Following are some useful command lines for Git operations, running on Mac’s Terminal.
Display Git version.
$ git --version
Initialize Git in a folder. This tells Git that you want to use your the current folder you are in as Git repo
$ git init
Show pending changes (files you have changed and haven’t committed)
$ git status
List all branches
$ git branch
Switch to ‘master’ branch
$ git checkout master
Add remote source named ‘origin’
$ git remote add origin https://email@example.com/xxxx/xxxx.git
Download existing branch (‘beta’) from ‘origin’ and save it as ‘beta-test’ branch in local. Local branch can have the same name as the remote branch, this is just to show parameter order.
After fetching from remote, the new branch will NOT have ‘git pull’ tracking configured for that branch. Call ‘branch’ command with ‘–set-upstream-to’ to set tracking information.
git fetch origin beta:beta-test git checkout beta-test
Set tracking information for local branch called ‘master’ to ‘origin/master’. Must already have the ‘origin/master’ in remote branch.
$ git branch --set-upstream-to=origin/master master
Show remote sources
$ git remote show
Show ‘origin’ info remote source
$ git remote show origin
Look up current configured remote source
$ git remote -v
Pull latest version from ‘origin’ source control after setting remote source
$ git pull origin master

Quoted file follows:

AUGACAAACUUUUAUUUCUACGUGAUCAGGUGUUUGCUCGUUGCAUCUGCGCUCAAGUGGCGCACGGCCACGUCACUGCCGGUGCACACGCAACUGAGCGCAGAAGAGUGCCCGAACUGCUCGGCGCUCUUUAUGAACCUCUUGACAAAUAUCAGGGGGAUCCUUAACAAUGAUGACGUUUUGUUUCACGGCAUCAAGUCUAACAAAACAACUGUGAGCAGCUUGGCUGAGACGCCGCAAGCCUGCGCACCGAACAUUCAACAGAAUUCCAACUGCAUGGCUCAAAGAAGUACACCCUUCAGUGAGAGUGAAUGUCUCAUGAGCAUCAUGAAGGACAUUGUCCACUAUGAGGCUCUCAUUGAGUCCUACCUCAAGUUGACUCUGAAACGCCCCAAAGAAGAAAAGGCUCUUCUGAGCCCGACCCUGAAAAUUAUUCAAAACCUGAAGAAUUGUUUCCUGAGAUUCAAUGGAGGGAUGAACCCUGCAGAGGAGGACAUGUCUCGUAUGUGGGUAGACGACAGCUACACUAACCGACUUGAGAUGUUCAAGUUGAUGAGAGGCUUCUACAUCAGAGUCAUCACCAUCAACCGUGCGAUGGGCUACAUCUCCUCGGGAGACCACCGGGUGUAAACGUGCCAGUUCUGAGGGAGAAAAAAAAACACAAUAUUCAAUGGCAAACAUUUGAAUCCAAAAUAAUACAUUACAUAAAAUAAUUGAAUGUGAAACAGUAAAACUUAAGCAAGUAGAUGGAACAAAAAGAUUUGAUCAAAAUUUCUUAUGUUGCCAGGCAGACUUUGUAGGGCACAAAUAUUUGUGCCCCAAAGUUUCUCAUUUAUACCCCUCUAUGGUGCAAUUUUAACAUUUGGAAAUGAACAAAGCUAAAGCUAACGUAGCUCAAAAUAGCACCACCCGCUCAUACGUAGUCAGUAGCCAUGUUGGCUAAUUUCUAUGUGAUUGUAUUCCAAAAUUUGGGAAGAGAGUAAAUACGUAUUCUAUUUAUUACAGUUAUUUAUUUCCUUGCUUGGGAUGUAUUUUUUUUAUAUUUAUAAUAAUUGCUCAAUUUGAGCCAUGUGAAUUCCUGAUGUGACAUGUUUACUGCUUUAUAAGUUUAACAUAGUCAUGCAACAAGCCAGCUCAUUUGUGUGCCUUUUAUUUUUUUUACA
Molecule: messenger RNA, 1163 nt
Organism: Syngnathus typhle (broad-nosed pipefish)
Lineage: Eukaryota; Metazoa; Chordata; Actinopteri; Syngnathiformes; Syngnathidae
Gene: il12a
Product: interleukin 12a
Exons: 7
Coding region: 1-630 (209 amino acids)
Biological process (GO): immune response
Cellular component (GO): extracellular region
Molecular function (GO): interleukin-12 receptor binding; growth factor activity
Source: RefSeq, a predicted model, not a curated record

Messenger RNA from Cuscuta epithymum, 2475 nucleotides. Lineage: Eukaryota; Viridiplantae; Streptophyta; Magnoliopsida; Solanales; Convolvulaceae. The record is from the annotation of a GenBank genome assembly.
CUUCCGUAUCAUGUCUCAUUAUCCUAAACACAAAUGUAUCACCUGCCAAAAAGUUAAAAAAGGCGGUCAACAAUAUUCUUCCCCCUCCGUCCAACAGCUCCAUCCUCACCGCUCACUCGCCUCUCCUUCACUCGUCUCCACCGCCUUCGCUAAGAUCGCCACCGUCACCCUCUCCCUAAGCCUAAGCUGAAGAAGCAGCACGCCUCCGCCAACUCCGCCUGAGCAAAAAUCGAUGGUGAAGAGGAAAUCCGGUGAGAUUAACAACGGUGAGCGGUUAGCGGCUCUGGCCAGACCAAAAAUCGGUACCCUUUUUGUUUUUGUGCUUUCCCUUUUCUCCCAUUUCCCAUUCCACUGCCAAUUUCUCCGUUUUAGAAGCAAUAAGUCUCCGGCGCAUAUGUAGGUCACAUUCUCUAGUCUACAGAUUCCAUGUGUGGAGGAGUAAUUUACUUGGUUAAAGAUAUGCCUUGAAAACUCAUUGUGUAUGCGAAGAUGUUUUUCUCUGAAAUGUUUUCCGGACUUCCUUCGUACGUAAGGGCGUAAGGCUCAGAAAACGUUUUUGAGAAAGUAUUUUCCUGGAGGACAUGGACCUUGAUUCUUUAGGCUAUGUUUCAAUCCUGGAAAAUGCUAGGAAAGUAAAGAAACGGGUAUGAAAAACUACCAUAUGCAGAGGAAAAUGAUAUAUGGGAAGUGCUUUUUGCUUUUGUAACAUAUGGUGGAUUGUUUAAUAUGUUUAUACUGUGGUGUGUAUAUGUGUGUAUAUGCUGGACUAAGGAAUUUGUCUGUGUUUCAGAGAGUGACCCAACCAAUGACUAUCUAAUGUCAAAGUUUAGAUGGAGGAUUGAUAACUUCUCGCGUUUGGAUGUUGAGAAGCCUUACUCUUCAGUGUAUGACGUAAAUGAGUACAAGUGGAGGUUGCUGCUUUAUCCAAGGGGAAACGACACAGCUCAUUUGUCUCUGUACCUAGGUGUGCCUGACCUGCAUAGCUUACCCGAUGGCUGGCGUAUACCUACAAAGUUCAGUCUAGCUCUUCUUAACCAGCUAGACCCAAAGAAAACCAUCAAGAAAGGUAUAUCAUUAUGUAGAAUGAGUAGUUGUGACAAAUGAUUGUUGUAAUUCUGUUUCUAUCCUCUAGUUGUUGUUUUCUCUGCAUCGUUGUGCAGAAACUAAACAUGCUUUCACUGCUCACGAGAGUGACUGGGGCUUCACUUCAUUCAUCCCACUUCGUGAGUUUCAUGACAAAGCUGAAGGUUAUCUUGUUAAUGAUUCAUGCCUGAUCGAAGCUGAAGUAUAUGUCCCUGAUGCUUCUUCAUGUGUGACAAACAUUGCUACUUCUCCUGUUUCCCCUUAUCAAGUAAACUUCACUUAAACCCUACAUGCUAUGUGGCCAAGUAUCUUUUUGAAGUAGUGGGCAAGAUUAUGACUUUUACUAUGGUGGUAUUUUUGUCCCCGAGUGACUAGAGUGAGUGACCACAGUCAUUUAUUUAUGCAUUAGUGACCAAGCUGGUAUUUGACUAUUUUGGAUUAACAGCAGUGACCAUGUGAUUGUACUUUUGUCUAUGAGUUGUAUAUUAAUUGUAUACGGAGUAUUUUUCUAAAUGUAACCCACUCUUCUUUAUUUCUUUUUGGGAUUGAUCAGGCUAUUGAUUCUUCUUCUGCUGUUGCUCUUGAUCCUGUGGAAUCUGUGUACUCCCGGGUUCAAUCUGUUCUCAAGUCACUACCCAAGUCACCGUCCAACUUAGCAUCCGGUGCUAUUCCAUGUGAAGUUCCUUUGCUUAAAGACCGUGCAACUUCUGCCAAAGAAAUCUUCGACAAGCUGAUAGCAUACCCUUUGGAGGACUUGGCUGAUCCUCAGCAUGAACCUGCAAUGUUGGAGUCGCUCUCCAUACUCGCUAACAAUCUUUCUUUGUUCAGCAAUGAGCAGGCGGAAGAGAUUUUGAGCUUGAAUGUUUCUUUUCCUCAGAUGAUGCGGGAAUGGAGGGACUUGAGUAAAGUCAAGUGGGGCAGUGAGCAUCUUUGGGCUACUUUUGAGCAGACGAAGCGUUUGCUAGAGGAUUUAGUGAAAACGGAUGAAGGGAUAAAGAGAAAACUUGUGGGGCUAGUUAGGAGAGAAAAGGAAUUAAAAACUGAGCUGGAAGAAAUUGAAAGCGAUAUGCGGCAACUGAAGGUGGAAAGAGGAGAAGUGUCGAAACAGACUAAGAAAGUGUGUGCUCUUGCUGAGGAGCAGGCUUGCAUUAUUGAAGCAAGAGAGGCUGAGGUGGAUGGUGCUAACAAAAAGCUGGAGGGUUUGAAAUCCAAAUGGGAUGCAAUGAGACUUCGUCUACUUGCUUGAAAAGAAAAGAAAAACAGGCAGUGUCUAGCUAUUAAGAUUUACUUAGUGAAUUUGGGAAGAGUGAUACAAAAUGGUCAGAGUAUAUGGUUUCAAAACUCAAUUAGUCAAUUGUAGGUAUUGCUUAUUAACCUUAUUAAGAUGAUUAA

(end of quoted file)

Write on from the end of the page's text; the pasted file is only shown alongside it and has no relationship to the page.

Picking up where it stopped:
Pull latest version from source control without setting remote source
$ git pull https://firstname.lastname@example.org/xxxx/xxxx.git
Add a new file to Git repo
$ git add something.txt
Add all untracked files to Git repo
$ git add .
Remove whole folder and all its content from index (untrack a folder and all its content)
$ git rm foldername -r
Commit to repo with ‘Hello World’ message
$ git commit -m 'Hello World'
Push your commits to the ‘master’ branch of ‘origin’ source to Git
$ git push origin master
Create a local clone of a repository
$ git clone https://email@example.com/xxxx/xxxx.git
Fetch from ‘origin’ source
$ git fetch origin
Merge ‘master’ branch of ‘origin’ source to local copy
$ git merge origin/master
Push and track ‘branch1’ to remote ‘origin’. This is for branch that doesn’t yet exist in remote.
$ git push -u origin branch1
Undo (discard) all uncommitted changes.
$ git reset --hard
Undo (discard) all committed (and uncommitted) changes that haven’t been pushed.
$ git reset --hard HEAD~1
To delete a local branch
git branch -d the_local_branch
To remove a remote branch (if you know what you are doing!)
git push origin :the_remote_branch
Create a link (remote) from one repo to another. Git ‘pull’ here is used to download the repo’s branches and tracking information.
See here for more details.
git remote add repo-A-branch <git repository A directory> git pull repo-A-branch
Cherry pick commit with id 86f4c61 to current branch
$ git cherry-pick 86f4c61
$ git config
Save git credentials
$ git config credential.helper store // Can be any command that requires credentials. $ git push http://example.com/repo.git Username: <type your username> Password: <type your password> // Now the credentials are stored and will be used for any command need credentials $ git push http://example.com/repo.git
|System||/etc/gitconfig||System level configuration
|Global level configuration
|Local||/.git/config||Repository level configuration
Local repository folder
Fork vs Clone
Clone doesn’t let you contribute back to the ‘upstream’ repository unless you are explicitly declared as “contributor”. Fork allows you to request a pull from ‘upstream’ repository
Pull vs Fetch
git pull does a
git fetch followed by a